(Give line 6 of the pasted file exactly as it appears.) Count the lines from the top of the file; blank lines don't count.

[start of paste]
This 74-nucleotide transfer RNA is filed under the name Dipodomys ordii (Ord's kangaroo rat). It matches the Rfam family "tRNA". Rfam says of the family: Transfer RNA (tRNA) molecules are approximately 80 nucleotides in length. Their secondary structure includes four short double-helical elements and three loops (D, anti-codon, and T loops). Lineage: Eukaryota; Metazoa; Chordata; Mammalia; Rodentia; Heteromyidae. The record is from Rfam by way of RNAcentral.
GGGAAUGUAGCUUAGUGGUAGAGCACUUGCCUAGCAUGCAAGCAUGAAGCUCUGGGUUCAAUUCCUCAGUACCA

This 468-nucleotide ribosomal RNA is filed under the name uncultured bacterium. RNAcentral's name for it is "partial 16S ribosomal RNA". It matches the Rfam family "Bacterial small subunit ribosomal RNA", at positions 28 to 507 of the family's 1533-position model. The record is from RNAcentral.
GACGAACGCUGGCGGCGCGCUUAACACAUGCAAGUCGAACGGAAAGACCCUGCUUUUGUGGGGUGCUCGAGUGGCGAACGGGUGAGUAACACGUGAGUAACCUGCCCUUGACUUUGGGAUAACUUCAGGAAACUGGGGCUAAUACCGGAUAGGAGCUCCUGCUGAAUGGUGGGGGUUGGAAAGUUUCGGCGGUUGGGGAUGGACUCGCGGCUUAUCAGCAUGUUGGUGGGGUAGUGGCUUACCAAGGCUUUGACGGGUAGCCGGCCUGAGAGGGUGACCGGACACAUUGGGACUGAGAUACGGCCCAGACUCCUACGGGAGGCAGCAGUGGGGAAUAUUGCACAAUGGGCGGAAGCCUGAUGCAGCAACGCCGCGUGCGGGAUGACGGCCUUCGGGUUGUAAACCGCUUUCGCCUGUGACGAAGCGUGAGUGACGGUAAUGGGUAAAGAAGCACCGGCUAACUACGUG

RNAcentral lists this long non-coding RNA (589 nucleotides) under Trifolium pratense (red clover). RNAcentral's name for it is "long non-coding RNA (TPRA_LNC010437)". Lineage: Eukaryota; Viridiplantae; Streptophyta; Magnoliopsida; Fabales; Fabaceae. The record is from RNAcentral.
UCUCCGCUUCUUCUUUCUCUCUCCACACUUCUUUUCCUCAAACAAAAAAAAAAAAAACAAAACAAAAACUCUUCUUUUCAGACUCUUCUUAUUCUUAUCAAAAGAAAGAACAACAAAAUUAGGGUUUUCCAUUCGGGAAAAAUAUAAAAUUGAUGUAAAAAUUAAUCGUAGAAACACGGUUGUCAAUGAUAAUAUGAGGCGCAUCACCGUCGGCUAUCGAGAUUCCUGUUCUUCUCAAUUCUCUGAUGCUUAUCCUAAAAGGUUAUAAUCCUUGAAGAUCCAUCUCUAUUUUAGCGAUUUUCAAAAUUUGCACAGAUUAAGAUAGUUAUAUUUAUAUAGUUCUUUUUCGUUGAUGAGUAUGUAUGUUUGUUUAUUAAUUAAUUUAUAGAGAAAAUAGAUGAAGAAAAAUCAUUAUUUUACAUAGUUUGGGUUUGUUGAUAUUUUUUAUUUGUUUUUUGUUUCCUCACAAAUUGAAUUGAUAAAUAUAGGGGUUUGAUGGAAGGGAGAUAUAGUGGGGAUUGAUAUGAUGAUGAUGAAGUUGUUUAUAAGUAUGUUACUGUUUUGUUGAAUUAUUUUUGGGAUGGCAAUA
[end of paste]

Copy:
UCUCCGCUUCUUCUUUCUCUCUCCACACUUCUUUUCCUCAAACAAAAAAAAAAAAAACAAAACAAAAACUCUUCUUUUCAGACUCUUCUUAUUCUUAUCAAAAGAAAGAACAACAAAAUUAGGGUUUUCCAUUCGGGAAAAAUAUAAAAUUGAUGUAAAAAUUAAUCGUAGAAACACGGUUGUCAAUGAUAAUAUGAGGCGCAUCACCGUCGGCUAUCGAGAUUCCUGUUCUUCUCAAUUCUCUGAUGCUUAUCCUAAAAGGUUAUAAUCCUUGAAGAUCCAUCUCUAUUUUAGCGAUUUUCAAAAUUUGCACAGAUUAAGAUAGUUAUAUUUAUAUAGUUCUUUUUCGUUGAUGAGUAUGUAUGUUUGUUUAUUAAUUAAUUUAUAGAGAAAAUAGAUGAAGAAAAAUCAUUAUUUUACAUAGUUUGGGUUUGUUGAUAUUUUUUAUUUGUUUUUUGUUUCCUCACAAAUUGAAUUGAUAAAUAUAGGGGUUUGAUGGAAGGGAGAUAUAGUGGGGAUUGAUAUGAUGAUGAUGAAGUUGUUUAUAAGUAUGUUACUGUUUUGUUGAAUUAUUUUUGGGAUGGCAAUA